Shortly after the Braves claimed Jordan Schafer off waivers from the sad-sack Astros on Nov. 1, he did something that gave Atlanta officials reason to believe he understood the position he was in and that he was willing to do something to improve it. It was a gesture that showed Schafer fully realized that he was no longer a top prospect, or really even a prospect at all, but rather a 26-year-old with a .221 career average and .606 OPS in parts of three major league seasons, a guy that last-place Houston had just lot go and that most other teams passed on when they had a chance to claim him before the Braves said what the hell, it’ll cost almost nothing, let’s bring him back. Schafer, in less than five years had been lauded, suspended, injured, injured again, traded, arrested, injured and waived. What he had not done in that time, for any significant period, was excel as a major league baseball player. At least not anywhere near how he’d performed as a minor leaguer back during the 2007-2008 seasons. So what did Schafer do soon after the Braves claimed him off the scrap heap in November? He called hitting coach Greg Walker, a man he didn’t know, who’d been hired by the Braves several months after Schafer was traded to Houston in 2011. “I told him I wanted to get together and work with him,” Schafer said. He wanted to get to know Walker and assistant hitting coach Scott Fletcher, and let them know he needed help. Hitting help. Specifically, he needed to re-learn how to hit the ball to the opposite field. “I went to Atlanta this winter, after he sent word that he wanted to meet me,” Walker said. “He flew into Atlanta for two days. He’d made a few changes to his swing. I hadn’t seen him previously; I was just judging him on what I saw. But he said he’d lost left field, that he didn’t feel like he could get a hit to left field anymore, and that when he was young he could.”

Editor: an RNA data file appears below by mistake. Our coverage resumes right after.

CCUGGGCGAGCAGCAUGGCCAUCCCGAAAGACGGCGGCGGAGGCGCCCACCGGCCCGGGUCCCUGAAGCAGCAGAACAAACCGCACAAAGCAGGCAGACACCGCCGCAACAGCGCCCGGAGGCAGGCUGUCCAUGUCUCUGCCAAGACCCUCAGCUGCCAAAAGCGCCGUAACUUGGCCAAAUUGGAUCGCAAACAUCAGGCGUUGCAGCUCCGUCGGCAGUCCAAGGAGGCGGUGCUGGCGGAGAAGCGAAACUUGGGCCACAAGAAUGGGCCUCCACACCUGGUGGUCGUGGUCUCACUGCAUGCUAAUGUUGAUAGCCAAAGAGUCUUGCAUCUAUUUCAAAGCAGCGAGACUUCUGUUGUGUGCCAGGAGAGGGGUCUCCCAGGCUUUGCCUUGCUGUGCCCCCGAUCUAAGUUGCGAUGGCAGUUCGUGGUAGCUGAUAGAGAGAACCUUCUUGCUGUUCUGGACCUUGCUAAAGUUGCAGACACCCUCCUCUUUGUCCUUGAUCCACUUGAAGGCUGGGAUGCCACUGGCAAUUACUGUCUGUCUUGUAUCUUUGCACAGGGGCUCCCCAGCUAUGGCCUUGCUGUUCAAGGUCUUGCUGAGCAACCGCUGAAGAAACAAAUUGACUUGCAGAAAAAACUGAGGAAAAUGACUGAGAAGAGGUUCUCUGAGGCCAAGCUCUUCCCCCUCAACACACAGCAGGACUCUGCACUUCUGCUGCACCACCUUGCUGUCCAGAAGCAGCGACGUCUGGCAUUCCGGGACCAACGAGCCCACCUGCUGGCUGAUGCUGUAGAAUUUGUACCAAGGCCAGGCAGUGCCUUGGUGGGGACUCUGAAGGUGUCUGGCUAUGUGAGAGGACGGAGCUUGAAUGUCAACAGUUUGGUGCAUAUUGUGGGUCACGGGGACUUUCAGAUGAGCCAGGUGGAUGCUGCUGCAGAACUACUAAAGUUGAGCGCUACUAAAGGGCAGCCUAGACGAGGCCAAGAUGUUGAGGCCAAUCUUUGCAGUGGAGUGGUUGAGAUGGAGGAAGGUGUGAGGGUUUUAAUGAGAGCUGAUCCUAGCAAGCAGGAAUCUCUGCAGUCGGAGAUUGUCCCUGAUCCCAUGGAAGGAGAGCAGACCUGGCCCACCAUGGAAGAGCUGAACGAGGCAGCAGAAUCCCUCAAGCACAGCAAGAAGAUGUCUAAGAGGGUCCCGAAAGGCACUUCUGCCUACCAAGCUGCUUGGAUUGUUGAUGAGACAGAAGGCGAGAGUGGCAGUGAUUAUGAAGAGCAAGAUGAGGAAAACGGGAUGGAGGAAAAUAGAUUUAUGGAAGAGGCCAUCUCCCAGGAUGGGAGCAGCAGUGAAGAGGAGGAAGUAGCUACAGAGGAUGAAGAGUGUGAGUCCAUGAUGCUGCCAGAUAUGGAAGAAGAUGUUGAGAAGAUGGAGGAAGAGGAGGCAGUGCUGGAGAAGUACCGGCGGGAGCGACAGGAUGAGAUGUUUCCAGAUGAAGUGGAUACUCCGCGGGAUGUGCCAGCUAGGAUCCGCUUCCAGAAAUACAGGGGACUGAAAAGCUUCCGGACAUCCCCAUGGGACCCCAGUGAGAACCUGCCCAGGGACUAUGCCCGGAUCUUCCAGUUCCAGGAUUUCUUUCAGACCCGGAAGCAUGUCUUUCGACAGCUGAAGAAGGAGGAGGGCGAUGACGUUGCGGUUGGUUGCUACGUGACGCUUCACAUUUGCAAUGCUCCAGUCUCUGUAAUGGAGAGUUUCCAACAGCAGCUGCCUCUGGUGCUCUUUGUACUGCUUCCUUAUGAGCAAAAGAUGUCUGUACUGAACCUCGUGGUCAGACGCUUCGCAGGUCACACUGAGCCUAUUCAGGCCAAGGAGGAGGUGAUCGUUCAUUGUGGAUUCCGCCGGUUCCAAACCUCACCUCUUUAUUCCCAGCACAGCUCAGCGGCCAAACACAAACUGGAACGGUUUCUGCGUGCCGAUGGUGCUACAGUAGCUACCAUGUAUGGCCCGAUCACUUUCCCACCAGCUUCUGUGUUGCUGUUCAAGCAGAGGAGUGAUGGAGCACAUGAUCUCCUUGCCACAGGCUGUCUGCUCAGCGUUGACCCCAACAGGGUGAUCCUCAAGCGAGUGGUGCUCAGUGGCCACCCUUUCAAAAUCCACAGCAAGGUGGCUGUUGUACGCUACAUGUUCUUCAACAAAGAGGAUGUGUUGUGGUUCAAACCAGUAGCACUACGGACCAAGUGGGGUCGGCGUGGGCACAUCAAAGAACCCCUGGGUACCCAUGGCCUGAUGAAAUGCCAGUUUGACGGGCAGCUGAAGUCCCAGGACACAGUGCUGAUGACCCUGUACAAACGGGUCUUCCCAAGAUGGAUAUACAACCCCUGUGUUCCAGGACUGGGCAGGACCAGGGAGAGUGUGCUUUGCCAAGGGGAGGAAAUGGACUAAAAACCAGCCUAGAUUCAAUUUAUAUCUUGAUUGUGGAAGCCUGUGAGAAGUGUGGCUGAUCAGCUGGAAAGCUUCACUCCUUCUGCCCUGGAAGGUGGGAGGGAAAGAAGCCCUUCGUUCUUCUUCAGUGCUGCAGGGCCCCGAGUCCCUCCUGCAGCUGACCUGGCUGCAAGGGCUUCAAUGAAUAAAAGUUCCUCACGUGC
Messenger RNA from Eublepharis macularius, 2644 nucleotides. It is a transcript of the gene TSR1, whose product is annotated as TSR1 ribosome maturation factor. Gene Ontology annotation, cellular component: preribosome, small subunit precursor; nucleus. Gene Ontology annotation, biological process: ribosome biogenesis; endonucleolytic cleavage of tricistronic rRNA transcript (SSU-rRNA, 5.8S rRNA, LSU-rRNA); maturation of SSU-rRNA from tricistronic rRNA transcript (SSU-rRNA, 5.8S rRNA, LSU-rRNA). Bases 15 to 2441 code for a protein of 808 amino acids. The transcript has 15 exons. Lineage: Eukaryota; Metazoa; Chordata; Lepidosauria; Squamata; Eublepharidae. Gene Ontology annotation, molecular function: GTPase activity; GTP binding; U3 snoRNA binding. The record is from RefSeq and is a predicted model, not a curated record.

Why Schafer? Why do pitchers lose velocity?
Atlanta Journal-Constitution | Mar 20